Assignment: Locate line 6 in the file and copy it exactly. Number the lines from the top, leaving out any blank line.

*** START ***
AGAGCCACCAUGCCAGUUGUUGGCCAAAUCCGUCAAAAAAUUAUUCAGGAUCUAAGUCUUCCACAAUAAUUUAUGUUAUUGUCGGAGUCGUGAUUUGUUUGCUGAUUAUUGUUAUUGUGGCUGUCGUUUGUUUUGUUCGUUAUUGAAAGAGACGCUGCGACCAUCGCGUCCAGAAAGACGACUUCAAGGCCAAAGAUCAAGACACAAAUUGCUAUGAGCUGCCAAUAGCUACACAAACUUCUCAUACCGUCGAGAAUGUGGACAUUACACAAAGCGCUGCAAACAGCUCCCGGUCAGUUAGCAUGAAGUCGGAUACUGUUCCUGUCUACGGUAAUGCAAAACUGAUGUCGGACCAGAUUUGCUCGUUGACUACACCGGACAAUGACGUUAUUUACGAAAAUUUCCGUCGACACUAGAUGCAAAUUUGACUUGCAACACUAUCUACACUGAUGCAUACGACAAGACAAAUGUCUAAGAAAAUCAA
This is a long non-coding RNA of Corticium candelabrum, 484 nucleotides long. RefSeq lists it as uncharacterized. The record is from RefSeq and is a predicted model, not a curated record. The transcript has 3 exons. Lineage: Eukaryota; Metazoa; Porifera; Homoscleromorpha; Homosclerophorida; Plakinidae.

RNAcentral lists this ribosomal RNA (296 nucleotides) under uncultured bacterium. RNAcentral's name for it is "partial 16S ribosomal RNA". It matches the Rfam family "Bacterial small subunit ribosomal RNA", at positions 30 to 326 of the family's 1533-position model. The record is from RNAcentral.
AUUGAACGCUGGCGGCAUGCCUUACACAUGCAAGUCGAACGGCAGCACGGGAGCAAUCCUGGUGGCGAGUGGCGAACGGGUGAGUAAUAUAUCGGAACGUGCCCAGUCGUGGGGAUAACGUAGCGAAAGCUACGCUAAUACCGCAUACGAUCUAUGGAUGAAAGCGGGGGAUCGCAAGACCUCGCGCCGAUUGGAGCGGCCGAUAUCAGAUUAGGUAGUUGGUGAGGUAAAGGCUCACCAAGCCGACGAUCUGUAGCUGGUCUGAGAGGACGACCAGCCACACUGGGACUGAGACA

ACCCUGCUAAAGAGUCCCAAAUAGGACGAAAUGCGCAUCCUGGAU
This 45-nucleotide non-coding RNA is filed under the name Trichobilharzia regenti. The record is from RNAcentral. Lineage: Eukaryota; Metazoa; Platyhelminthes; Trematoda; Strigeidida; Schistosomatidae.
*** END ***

This 45-nucleotide non-coding RNA is filed under the name Trichobilharzia regenti. The record is from RNAcentral. Lineage: Eukaryota; Metazoa; Platyhelminthes; Trematoda; Strigeidida; Schistosomatidae.